The “Sedan Chair” created by Chinese architect-cum-designer duo Lyndon Neri and Rossana Hu for ClassiCon boasts an interesting mix of materials. The Shanghai-based team, which masterminded “Das Haus” in the Pure Village zone at this year’s imm, consciously sets the seat shell off visually from the frame as if it were a cover. This is underscored by the choice of contrasting materials: The seat is made of monocolor plastic, the frame of solid oak or walnut. In his “Compas” for Kristalia, Patrick Norguet likewise combines a kind of “snap-into-place” plastic seat shell with a frame made in this case of die-cast aluminum. Three parts, two sets of legs with a striking shape reminiscent of a compass and a cruciform element beneath the shell, create the basis for the actual seat – the latest version with the added comfort of a cushion made of PUR foam is fastened together with only four screws.
The Bouroullec brothers are past masters at skillfully combining things. They have now designed the “Officina” tables for Magis: Tops made of sheet steel, walnut, ash, glass, slate or marble rest on an almost archaic-looking cast-iron frame. It seems to be about going back to the basics, or in general considering which traditional materials are best suited for a contemporary design idiom. It certainly seems to be in keeping with the times that settees are now back in shapes that cannot be mistaken for beds. Arian Brekveld’s “Zoom In” for Montis has opulent proportions, but the combination of straight and slightly curved lines has the feel of an homage to the 1950s, while the mix of materials is highly refreshing. And you can sit comfortably and almost upright on “Zoom In”, too. Meaning the sofa can appeal to a variety of target groups. The upholstered chairs, benches, or hybrid settee/benches can no doubt be attributed to our current preference for tarrying a while at the dining table. Zeitraum is presenting Formstelle’s “Morph Duo Dining”, a two-seater for the table, and Ligne Roset is showcasing Inga Sempé’s “Beaux Fixe” with its marvelously soft upholstery. The image that comes to mind: seats in old railway cars, although the new comfort offered is that much greater.
Needless to say, there just had to be a variation on the lounge chair, fielded by Thonet in the form of “808”. Claudia Kleine and Jörg Kürschner, who together make up the Munich Formstelle label, have devised a modern winged armchair that at first sight definitely does not fit the Thonet DNA. It features a thickly upholstered swivel seat shell that can be titled at will by pulling the small leather loop in the seat. With its quilted look the armchair certainly takes its place in the list of “we want comfiness” furniture – and since the base can also be supplied in a combination of tubular steel or bentwood with wood instead of flat steel, it cites tradition, too.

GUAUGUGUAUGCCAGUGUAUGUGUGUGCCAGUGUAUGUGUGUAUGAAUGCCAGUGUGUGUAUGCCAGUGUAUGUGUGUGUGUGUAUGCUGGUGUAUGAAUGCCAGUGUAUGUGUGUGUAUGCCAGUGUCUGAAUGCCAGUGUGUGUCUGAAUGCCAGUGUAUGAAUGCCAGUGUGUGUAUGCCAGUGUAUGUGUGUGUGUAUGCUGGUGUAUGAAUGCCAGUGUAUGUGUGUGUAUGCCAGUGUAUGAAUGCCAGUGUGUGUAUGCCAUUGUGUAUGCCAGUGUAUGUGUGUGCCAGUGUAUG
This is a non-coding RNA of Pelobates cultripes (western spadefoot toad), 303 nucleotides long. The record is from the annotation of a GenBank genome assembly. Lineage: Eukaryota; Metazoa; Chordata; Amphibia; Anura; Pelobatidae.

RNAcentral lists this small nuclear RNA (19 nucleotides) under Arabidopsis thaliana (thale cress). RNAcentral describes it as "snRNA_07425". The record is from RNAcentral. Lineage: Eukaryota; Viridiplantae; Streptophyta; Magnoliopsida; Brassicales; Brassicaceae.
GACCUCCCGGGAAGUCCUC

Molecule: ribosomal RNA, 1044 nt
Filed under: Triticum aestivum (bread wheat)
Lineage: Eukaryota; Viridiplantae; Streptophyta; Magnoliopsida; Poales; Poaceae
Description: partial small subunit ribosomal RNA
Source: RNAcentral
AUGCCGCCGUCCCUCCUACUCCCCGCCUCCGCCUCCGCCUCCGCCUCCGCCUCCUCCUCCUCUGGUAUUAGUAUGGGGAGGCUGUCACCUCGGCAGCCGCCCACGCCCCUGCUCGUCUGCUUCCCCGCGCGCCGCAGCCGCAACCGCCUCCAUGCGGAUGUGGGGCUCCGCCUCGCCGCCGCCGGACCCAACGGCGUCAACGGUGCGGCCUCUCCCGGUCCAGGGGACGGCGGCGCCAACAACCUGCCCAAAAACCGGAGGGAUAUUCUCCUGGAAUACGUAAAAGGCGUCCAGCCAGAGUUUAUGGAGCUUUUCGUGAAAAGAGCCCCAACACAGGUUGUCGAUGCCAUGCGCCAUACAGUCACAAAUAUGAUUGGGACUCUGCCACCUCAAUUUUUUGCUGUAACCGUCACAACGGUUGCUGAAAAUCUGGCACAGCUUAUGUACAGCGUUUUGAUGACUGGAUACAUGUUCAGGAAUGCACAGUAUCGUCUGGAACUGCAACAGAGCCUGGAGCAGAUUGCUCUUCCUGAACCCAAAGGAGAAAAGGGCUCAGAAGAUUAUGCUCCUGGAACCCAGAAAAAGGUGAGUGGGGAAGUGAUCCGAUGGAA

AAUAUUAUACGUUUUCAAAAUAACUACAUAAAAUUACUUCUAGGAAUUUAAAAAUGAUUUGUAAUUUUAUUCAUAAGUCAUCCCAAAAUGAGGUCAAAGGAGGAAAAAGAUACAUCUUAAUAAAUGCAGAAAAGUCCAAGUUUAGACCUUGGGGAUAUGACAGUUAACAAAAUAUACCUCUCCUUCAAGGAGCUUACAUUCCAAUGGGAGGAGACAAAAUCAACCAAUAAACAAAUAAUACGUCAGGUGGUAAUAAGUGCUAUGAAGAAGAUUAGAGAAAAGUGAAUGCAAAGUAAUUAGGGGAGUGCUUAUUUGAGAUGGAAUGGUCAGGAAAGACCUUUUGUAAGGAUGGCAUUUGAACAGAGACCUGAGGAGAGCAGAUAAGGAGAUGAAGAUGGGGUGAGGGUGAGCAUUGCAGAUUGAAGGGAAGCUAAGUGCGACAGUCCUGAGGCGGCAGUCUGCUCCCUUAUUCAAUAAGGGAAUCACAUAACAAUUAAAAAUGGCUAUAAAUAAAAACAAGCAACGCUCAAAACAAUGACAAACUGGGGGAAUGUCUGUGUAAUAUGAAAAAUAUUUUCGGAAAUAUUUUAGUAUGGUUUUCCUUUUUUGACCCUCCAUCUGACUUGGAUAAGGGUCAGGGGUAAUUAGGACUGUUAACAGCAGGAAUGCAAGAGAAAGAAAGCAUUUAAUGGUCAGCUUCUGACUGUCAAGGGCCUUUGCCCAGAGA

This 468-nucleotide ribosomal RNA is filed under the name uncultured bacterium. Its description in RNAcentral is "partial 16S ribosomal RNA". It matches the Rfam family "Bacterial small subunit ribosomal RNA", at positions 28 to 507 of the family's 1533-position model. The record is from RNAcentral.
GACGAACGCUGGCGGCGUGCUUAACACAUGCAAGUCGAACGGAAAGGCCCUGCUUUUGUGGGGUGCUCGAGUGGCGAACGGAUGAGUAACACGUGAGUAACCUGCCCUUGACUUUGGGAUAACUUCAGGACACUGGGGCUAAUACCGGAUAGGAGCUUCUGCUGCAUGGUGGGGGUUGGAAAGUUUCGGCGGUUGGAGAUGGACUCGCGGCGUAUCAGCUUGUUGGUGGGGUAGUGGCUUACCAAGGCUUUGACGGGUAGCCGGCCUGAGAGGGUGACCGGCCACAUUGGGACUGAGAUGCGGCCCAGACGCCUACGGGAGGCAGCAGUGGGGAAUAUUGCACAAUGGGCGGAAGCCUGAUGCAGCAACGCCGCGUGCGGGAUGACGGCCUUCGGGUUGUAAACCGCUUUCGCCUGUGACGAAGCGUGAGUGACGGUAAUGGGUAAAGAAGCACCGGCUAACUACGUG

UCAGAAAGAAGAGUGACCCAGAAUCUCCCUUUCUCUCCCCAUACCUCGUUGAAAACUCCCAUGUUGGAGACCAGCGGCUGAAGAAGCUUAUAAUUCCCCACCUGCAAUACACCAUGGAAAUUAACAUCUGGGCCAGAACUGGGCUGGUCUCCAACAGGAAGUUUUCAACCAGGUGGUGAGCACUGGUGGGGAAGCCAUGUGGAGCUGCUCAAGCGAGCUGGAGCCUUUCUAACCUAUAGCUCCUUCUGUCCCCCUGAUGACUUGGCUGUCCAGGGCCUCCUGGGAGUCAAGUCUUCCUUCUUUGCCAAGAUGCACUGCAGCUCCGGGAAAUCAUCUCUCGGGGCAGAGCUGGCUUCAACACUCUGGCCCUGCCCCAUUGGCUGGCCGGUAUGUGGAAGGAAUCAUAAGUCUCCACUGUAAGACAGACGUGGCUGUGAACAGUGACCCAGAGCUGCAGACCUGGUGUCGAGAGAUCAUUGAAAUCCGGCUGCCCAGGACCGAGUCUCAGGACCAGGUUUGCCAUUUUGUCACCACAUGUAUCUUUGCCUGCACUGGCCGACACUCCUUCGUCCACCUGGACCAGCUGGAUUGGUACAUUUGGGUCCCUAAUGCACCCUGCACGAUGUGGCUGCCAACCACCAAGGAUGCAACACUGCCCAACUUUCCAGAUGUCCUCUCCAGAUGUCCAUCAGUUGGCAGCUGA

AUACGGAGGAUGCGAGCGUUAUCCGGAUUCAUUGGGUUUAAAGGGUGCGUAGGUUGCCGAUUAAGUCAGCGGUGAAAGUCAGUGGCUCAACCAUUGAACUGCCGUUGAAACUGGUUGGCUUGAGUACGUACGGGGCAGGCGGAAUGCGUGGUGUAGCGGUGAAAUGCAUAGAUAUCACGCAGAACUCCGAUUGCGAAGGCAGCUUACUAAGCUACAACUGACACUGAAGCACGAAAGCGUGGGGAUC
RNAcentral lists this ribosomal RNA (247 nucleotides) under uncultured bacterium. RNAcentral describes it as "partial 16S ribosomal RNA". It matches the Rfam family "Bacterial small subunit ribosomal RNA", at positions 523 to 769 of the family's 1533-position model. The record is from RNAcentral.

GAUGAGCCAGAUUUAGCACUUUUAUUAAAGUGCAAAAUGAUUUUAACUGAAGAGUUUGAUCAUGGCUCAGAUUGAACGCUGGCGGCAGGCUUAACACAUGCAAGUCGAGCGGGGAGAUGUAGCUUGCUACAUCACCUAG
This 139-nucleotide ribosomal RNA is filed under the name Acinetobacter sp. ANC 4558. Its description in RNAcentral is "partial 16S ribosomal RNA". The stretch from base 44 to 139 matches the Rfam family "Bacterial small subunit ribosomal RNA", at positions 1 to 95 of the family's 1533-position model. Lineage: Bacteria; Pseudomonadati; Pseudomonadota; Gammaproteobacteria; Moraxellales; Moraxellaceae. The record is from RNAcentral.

And what is there to criticize?
This year’s version of “Das Haus” focuses on traditions in the broadest sense. Indeed, Shanghai-based architects Lyndon Neri and Rossana Hu of Neri & Hu Design and Research Office wanted to entice visitors out of their comfort zone – confronting them with an installation called “Memory Lane” that is intended to spark debate on home rituals. It’s a two-level metal structure that you can easily climb up and walk through – there’s a marvelously fragrant wooden path. This kind of lane offers various different views of the space and the furniture on display. In aesthetic terms, with its different colored rooms and mix of Western and Asian furniture and accessories, “Das Haus” is definitely a joy. However, too many of the items were already on show in the past three imm Houses. And if, as the architects intend, the idea is to encourage critical thought on the commercial character of the place, then surely it would be preferable to move away from all these old chestnuts.
Finally, a word on the new colors. The color of the year, as announced each year by US company Pantone, is “Marsala” in 2015. That smoky wine red, a blend of brown, amber and copper, was to be intimated in the products shown by Stattmann Neue Möbel: “Profile Table” by Belgian designer Sylvain Willenz, which has legs that slot-connect into the top and are fixed firmly by four screws, is available in almost exactly that reddish hue. We’re bound to see more of this color nuance in the course of the year. Otherwise? Lots of wood, a bit of white, blue still surviving, and lots of green! Perhaps because the color is associated with hope, with change, with rejuvenation? Be that as it may, the word green’s root stems from the Old German “ghro” as in “grow”. That sits prettily with the zeitgeist, the wish for things to slow down, for emotions and sensual appearances, and be it only in the guise of softly upholstered furniture.
Like in old trains: Inga Sempé’s “Beaux fixe” for Ligne Roset. Photo © Stylepark
„Modern Chic“ of the 20ies at Gubi, with GamFratesi and their new „Beetle“. Photo © Stylepark
Practical: „Stick System“ by Jan Plechac and Henry Wielgus for Menu. Photo © Stylepark
Late premiere: “La Bibliothèque fil“ by Pierre Paulin from 1972, that will be edited by Ligne Roset. Photo © Stylepark
Swinging thanks to CNC, "Klio"by Studio Hannes Wettstein for Horgenglarus. Photo © Stylepark
Patrick Norguet‘s „Compas“ for Kristalia has a „clickable. Photo © Stylepark
Soft dinner: “Morph Duo Dining“ by Formstelle for Zeitraum. Photo © Stylepark
Back in the 50ies – with „Zoom In“ by Arian Brekveld for Montis. Photo © Stylepark
Bands on: Stefan Diez proposes „Yard“ as outdoor furniture – for Emu. Photo © Stylepark
This „Daybed“ by Pierre Paulin is 60 years old. Ligne Roset brings it back to the market. Photo © Stylepark
Thanks to its carbon sticks the „Rip chair“ by Läufer + Keichel for Schneiderschram is strong. Photo © Stylepark
For the 15th anniversary of e15 the „Bigfoot“ table is published in a limited edition with an illustration by artist Geoff McFetridge. Photo © Stylepark